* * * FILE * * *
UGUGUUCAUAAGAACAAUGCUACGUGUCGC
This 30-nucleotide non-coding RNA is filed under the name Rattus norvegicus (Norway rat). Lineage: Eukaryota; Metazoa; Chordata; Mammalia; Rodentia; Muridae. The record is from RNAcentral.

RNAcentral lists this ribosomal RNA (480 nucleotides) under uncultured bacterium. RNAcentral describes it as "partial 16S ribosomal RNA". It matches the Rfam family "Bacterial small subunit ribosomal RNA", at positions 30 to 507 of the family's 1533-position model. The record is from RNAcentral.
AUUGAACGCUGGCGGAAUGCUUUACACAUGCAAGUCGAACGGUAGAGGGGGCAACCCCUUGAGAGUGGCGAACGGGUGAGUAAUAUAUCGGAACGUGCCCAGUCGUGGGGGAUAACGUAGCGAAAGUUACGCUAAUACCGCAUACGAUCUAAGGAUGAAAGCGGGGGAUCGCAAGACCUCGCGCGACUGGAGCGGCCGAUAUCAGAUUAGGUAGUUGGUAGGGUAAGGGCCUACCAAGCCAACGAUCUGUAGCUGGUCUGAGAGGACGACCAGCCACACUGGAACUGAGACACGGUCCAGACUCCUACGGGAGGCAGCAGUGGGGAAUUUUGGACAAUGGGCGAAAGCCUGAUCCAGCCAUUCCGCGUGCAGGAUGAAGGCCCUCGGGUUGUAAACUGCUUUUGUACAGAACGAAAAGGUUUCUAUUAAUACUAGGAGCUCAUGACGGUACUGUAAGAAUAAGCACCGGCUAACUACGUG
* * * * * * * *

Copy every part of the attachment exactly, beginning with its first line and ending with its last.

UGUGUUCAUAAGAACAAUGCUACGUGUCGC
This 30-nucleotide non-coding RNA is filed under the name Rattus norvegicus (Norway rat). Lineage: Eukaryota; Metazoa; Chordata; Mammalia; Rodentia; Muridae. The record is from RNAcentral.

RNAcentral lists this ribosomal RNA (480 nucleotides) under uncultured bacterium. RNAcentral describes it as "partial 16S ribosomal RNA". It matches the Rfam family "Bacterial small subunit ribosomal RNA", at positions 30 to 507 of the family's 1533-position model. The record is from RNAcentral.
AUUGAACGCUGGCGGAAUGCUUUACACAUGCAAGUCGAACGGUAGAGGGGGCAACCCCUUGAGAGUGGCGAACGGGUGAGUAAUAUAUCGGAACGUGCCCAGUCGUGGGGGAUAACGUAGCGAAAGUUACGCUAAUACCGCAUACGAUCUAAGGAUGAAAGCGGGGGAUCGCAAGACCUCGCGCGACUGGAGCGGCCGAUAUCAGAUUAGGUAGUUGGUAGGGUAAGGGCCUACCAAGCCAACGAUCUGUAGCUGGUCUGAGAGGACGACCAGCCACACUGGAACUGAGACACGGUCCAGACUCCUACGGGAGGCAGCAGUGGGGAAUUUUGGACAAUGGGCGAAAGCCUGAUCCAGCCAUUCCGCGUGCAGGAUGAAGGCCCUCGGGUUGUAAACUGCUUUUGUACAGAACGAAAAGGUUUCUAUUAAUACUAGGAGCUCAUGACGGUACUGUAAGAAUAAGCACCGGCUAACUACGUG